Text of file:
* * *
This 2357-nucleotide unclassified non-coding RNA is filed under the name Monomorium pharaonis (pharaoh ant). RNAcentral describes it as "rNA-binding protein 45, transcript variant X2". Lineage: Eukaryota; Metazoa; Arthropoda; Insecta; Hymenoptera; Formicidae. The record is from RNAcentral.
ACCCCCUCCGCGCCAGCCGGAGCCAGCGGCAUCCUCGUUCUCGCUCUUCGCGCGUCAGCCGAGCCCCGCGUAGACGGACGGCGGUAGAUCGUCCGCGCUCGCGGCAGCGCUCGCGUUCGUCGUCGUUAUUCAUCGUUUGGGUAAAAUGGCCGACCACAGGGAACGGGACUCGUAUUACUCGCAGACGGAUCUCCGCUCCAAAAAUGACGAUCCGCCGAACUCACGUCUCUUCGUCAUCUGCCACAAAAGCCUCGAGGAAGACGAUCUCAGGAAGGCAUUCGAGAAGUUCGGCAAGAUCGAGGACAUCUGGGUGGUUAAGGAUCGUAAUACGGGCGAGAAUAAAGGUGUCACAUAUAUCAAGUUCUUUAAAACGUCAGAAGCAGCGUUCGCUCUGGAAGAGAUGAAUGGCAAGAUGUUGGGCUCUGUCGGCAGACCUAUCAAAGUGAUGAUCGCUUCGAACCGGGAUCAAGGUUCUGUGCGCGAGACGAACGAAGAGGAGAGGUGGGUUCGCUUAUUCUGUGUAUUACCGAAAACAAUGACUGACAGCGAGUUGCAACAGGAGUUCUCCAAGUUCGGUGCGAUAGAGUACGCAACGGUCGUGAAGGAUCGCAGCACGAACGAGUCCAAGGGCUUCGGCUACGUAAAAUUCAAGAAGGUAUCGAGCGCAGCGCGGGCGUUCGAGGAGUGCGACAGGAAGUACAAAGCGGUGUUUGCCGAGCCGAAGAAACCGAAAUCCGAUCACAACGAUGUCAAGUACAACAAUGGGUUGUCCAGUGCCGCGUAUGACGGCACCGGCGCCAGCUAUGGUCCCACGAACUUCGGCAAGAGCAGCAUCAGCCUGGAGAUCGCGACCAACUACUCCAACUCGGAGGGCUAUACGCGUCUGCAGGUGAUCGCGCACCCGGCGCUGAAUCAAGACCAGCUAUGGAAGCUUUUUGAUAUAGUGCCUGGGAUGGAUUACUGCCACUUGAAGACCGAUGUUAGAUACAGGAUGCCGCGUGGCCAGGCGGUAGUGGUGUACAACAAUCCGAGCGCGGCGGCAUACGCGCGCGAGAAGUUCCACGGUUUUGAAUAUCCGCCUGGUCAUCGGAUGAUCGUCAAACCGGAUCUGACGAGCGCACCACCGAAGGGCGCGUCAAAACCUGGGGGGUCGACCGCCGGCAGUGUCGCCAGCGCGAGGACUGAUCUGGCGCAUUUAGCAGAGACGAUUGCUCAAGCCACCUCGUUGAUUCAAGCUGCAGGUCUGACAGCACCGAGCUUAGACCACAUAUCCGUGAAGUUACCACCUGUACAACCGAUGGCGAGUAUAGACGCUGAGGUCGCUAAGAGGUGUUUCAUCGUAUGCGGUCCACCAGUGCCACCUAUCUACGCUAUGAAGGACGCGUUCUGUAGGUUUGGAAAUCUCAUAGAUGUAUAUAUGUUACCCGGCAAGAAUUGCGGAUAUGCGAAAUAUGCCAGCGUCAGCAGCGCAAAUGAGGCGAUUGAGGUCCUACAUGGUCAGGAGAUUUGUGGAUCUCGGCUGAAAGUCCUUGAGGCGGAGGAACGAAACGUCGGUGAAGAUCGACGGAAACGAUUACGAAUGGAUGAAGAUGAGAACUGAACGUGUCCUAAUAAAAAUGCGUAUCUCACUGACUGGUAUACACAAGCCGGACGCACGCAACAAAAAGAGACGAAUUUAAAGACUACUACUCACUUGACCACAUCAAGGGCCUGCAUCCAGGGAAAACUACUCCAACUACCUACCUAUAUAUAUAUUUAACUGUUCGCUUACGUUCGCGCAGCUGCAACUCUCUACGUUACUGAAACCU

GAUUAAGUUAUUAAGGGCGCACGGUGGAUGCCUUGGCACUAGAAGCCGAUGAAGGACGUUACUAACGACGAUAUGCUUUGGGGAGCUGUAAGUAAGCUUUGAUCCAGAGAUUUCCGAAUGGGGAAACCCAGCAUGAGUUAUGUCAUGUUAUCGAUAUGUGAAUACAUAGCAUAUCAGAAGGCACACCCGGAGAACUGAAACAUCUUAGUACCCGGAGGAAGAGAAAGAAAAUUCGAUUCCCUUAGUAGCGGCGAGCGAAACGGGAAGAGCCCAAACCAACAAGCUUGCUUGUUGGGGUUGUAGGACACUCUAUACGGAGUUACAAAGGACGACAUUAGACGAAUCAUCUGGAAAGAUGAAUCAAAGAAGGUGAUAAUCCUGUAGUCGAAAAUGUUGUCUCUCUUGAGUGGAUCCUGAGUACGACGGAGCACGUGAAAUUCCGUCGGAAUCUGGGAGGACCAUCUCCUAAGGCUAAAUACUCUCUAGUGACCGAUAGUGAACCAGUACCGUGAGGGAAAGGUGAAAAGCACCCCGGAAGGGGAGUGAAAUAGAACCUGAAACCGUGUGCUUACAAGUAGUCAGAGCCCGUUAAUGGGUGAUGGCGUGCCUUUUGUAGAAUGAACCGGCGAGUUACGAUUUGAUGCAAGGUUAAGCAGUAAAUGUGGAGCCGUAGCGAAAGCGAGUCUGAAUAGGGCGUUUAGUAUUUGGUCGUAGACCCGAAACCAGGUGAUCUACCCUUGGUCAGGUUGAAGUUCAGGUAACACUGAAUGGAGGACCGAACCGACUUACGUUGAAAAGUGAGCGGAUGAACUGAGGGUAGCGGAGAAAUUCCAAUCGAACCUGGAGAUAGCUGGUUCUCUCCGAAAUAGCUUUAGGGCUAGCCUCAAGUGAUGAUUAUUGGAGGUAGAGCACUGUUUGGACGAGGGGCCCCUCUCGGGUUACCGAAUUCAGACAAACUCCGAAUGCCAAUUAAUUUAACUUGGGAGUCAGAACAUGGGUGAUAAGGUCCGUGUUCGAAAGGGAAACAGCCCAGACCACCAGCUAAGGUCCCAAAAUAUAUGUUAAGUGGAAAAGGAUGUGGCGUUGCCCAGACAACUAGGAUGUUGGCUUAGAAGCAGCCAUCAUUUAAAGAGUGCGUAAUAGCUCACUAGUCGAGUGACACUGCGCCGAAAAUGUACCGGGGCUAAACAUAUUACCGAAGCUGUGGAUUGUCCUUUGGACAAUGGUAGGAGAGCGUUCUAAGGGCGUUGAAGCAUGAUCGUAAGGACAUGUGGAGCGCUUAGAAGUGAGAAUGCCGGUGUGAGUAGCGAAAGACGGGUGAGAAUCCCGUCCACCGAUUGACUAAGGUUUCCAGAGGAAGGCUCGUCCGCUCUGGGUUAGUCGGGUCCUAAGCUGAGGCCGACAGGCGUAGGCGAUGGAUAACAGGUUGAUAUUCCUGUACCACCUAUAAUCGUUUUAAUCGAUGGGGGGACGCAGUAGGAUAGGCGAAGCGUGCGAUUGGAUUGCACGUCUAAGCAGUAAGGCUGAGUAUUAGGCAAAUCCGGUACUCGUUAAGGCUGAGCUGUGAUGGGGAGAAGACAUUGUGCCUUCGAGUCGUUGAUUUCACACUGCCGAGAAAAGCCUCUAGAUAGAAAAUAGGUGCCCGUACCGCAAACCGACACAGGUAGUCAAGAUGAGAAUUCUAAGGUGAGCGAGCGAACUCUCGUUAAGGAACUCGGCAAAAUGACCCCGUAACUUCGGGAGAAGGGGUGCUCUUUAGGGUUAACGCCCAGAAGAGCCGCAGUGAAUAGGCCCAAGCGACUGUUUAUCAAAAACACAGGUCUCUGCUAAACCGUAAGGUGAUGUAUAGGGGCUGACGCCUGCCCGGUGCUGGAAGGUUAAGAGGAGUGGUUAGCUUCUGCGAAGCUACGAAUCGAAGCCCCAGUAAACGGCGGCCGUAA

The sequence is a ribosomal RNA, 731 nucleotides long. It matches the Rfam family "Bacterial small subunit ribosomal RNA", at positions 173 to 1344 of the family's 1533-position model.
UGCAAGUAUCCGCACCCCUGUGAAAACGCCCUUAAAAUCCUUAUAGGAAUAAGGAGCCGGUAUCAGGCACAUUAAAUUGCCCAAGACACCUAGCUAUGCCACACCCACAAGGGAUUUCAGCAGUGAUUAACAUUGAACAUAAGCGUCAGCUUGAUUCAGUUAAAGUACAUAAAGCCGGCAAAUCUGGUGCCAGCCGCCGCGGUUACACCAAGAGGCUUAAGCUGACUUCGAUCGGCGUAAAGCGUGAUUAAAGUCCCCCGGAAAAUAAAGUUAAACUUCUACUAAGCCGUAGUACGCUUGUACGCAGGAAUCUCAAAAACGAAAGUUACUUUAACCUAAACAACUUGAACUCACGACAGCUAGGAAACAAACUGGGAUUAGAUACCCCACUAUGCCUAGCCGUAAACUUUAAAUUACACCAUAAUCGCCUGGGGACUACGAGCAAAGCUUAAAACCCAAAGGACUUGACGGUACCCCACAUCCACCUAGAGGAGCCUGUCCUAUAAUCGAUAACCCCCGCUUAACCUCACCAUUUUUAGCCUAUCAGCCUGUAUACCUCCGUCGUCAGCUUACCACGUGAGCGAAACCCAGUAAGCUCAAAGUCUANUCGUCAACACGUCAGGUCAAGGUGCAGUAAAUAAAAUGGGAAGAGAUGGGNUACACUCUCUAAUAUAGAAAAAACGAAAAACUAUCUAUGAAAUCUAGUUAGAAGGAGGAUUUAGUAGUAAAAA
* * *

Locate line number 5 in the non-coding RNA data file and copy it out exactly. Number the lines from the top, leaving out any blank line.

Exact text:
UGCAAGUAUCCGCACCCCUGUGAAAACGCCCUUAAAAUCCUUAUAGGAAUAAGGAGCCGGUAUCAGGCACAUUAAAUUGCCCAAGACACCUAGCUAUGCCACACCCACAAGGGAUUUCAGCAGUGAUUAACAUUGAACAUAAGCGUCAGCUUGAUUCAGUUAAAGUACAUAAAGCCGGCAAAUCUGGUGCCAGCCGCCGCGGUUACACCAAGAGGCUUAAGCUGACUUCGAUCGGCGUAAAGCGUGAUUAAAGUCCCCCGGAAAAUAAAGUUAAACUUCUACUAAGCCGUAGUACGCUUGUACGCAGGAAUCUCAAAAACGAAAGUUACUUUAACCUAAACAACUUGAACUCACGACAGCUAGGAAACAAACUGGGAUUAGAUACCCCACUAUGCCUAGCCGUAAACUUUAAAUUACACCAUAAUCGCCUGGGGACUACGAGCAAAGCUUAAAACCCAAAGGACUUGACGGUACCCCACAUCCACCUAGAGGAGCCUGUCCUAUAAUCGAUAACCCCCGCUUAACCUCACCAUUUUUAGCCUAUCAGCCUGUAUACCUCCGUCGUCAGCUUACCACGUGAGCGAAACCCAGUAAGCUCAAAGUCUANUCGUCAACACGUCAGGUCAAGGUGCAGUAAAUAAAAUGGGAAGAGAUGGGNUACACUCUCUAAUAUAGAAAAAACGAAAAACUAUCUAUGAAAUCUAGUUAGAAGGAGGAUUUAGUAGUAAAAA